But Mike couldn’t come on this one. So it was just me. And guess what! It was awesome.

After an uneventful 36 or so hours of flying and busing, I finally made it to Granada, Spain, home of the Alhambra and free tapas with every drink. I got in late, and pushed past fatigue from a sleepless night and jetlag to venture out of my hotel near the Cathedral for some Spanish food and, even better, Spanish vino. My first thrill of solo travel was realizing that I didn’t have to consult with anyone about where to eat or how long to stay. I read the local newspaper (sort of) as I sat at the bar. I ate quickly and drank slowly. In halting Spanish I chatted with the bartender (cook? owner?) about where else I should go that was close by. I went home when I felt like it. I slept like the dead.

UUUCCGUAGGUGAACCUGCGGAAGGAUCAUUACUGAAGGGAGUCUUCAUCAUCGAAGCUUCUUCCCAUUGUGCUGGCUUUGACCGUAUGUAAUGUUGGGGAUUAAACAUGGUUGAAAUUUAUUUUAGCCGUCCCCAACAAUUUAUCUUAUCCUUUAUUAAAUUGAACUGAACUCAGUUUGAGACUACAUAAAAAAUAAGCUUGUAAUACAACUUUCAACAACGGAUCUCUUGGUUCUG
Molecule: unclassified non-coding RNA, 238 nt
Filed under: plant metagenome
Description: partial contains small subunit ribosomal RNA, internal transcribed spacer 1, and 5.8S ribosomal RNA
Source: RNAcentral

In the morning I took a bus into the mountains and spent the next six days hiking all over the Alpujarras, a string of mountain pueblos in the Sierra Nevada. Each day I tackled some new challenge, and got through it. The silliest was a miscommunication about gelato that ended in a young man cursing at me in Spanish. The most serious was when I got lost high on a slope and had to walk along and then on top of an acequia to get to a dam to cross a ravine.  Each time the obstacle was behind me, I felt strong.

In the evenings when I pulled, tired and sore, into a new village, I was eager to learn about its nuances on my terms, at my pace. And, one of the main reasons for choosing the adventure in the remote area I did, I wanted to practice my Spanish. That meant a lot of talking with strangers, and inevitably talking about my aventura. I loved the look of surprise on people’s faces when I said that I was traveling by myself. Several older men offered to walk with me. 🙂